Disclaimer: 1) This post has the potential to step on some toes, so if you are the type who spends your time looking for reasons to be offended or if you always think the finger is pointing directly at YOU, stop reading now. 2) I am, admittedly, guilty of the acts I will describe in this post; therefore this is not an act of sanctimony but a declaration of intent to reform.

“You don’t have a soul; you are a soul. You have a body.” – C.S. Lewis

My long term memory is awesome. I can remember the first time I went to Sunday school when I was four. I can remember every kid from my kindergarten class. What I cannot remember is a time in my life when I didn’t think I was fat.

I have never been petite. I was not one of the teeny little blond girls who looked just like her dolls. I have an ample booty and by the time I was middle school aged, I was already wearing a C-cup. Oh, don’t misunderstand me; I wasn’t so huge that I could barely walk. No one stopped to stare at the fat girl when I walked by or anything, I was just taller and thicker than the other girls. This is due in part to genetics and in part to the fact that even watching people sweat on TV makes me want to take a shower. Oh, and let us not forget my affinity for baked goods.

I have serious body image issues.

It’s no one’s fault. No one is to blame. No one ever told me that I had to be a certain weight or have particular facial features to be pretty. That is, no one said those actual words to my face. But, my friends and family (and yes, I) would always make comments about the physical appearance of other people. How many times did I hear, “She was so pretty but then she gained all that weight,” “Ew! Look at her nose! It’s huge!” “That woman is too fat to be wearing that outfit,” and on and on and on. What else was I supposed to conclude? When all the boys wanted to talk to my thin, blond, beautiful cousin Kristie and I was “the smart one,” so they never even looked my way, what else would I think? (Kristie was great though.  I had the biggest crush on this boy named Dusty but he, of course, liked Kristie. She refused to sit with him, talk to him, or go see him unless I was also invited. It was uncomfortable for me, but she was not going to leave me out.)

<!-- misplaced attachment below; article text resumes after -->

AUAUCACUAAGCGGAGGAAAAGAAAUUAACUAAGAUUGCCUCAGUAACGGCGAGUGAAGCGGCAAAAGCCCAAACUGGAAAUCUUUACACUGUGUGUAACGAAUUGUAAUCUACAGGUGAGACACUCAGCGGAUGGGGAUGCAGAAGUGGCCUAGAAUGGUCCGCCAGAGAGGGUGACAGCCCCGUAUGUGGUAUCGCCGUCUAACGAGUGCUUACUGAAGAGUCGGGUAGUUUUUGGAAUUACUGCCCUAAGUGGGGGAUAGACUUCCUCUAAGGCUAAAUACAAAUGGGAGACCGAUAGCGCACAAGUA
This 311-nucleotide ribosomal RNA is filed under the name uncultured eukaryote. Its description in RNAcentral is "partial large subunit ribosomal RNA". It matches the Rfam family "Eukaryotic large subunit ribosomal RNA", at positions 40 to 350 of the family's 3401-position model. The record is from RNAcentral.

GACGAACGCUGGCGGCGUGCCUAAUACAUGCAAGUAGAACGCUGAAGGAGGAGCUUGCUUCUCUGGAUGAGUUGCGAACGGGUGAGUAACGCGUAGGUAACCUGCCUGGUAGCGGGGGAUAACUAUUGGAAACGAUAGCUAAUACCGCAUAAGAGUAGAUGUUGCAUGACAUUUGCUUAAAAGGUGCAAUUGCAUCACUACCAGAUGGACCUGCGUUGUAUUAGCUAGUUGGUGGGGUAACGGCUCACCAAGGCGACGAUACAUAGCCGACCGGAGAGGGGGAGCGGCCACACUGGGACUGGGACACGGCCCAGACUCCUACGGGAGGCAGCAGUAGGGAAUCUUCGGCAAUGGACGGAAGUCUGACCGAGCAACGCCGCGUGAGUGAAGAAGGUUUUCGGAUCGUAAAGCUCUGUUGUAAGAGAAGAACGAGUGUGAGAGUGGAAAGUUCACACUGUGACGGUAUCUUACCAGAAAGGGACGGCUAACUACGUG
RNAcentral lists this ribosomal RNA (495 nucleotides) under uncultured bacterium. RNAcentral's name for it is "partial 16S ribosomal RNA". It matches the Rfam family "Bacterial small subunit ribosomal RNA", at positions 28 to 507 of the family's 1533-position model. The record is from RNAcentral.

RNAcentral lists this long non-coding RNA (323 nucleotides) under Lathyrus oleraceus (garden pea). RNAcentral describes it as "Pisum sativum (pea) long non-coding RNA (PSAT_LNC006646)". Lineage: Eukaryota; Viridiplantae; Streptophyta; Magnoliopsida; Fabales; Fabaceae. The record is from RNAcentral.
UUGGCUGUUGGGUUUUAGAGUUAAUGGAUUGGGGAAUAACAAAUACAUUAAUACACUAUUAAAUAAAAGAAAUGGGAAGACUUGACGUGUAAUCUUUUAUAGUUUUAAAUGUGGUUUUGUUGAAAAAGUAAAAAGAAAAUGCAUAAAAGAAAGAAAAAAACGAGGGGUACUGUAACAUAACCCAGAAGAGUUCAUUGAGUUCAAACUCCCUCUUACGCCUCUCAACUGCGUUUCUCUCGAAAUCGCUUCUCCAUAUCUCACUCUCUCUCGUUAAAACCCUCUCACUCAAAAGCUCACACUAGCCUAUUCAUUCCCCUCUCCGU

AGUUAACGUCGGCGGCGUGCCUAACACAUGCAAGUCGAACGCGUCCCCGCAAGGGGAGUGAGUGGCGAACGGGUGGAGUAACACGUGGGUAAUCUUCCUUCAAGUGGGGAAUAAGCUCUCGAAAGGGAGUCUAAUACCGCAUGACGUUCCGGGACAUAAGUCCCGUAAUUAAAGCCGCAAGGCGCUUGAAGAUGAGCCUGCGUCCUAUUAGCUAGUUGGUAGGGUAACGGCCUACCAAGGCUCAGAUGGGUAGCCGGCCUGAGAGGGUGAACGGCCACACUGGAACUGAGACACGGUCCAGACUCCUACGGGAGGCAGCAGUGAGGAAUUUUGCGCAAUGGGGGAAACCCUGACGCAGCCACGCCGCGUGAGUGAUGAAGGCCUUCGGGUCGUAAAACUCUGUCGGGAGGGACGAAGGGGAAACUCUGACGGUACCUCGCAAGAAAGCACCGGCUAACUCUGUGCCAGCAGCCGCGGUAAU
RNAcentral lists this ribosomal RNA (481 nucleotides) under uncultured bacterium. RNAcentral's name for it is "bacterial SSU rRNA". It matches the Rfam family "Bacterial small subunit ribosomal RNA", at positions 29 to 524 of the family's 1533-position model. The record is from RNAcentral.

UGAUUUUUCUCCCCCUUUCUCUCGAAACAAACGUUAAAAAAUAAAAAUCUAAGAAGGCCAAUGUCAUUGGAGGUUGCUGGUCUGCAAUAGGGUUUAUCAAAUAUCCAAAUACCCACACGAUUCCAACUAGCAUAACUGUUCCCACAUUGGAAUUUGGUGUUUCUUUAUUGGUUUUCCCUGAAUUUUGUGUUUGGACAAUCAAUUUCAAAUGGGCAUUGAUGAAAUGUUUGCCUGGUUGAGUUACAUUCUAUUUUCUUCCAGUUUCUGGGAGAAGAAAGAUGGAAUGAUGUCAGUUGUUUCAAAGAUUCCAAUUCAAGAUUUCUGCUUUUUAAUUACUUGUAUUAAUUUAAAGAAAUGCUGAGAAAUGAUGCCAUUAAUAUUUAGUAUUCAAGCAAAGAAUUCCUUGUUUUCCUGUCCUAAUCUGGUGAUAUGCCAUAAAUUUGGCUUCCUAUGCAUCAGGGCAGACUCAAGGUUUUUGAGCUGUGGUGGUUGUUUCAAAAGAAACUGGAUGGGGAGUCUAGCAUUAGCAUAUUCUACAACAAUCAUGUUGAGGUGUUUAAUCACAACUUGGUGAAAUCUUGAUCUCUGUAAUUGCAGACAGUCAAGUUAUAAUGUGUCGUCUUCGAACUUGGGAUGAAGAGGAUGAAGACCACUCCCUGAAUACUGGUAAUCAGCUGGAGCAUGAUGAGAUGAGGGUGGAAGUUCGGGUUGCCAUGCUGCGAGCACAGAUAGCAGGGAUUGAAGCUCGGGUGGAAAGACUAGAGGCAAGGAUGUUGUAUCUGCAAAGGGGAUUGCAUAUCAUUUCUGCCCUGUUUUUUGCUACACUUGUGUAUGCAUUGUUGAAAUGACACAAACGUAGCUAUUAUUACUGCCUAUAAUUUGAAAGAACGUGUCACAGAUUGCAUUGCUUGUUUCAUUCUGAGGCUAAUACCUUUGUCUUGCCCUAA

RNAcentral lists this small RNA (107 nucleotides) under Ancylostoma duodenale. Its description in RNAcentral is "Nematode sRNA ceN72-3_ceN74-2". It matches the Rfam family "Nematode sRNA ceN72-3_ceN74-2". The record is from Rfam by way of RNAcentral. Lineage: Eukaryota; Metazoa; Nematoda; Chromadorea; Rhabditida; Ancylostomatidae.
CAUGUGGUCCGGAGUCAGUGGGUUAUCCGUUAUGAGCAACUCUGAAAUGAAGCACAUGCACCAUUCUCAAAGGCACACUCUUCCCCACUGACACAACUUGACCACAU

I have spent the past 33 years thinking that I would wear this, do that, or go there when I lost some weight. I refuse to do that anymore.

I’m not looking for sympathy. It’s not like I’m the only person who feels this way. We live in a culture in which real people keep getting bigger but the media shows us pictures of airbrushed, underweight women as if that’s what we’re really supposed to look like.

I thought it was normal to feel that way, to talk about people’s physical appearance until I met people who were confident enough in themselves that they didn’t feel the need to point out flaws in other people. Wow! What a refreshing concept! In fact, I went so long without having one of these conversations that the next time someone said, “I ran into ____ the other day. She’s at least a size___!!” I thought, why do you care? Why does another person’s jeans size have such a profound impact on your life that you need to discuss it with someone else?

 Then, I started to ask myself those same questions. Why do I care what someone else looks like? What does it matter if someone has gained weight, or aged, or cut their hair in a way that I might not want to cut mine? Who cares? Does it make him/her a bad person? Does it mean they have become less intelligent, less spiritual, less friendly, or just…less? Does it make me feel better about my own body image issues to talk about someone else? Ding, ding, ding!!! Tell her what she’s won, Jack! Why else would it even be worth mentioning?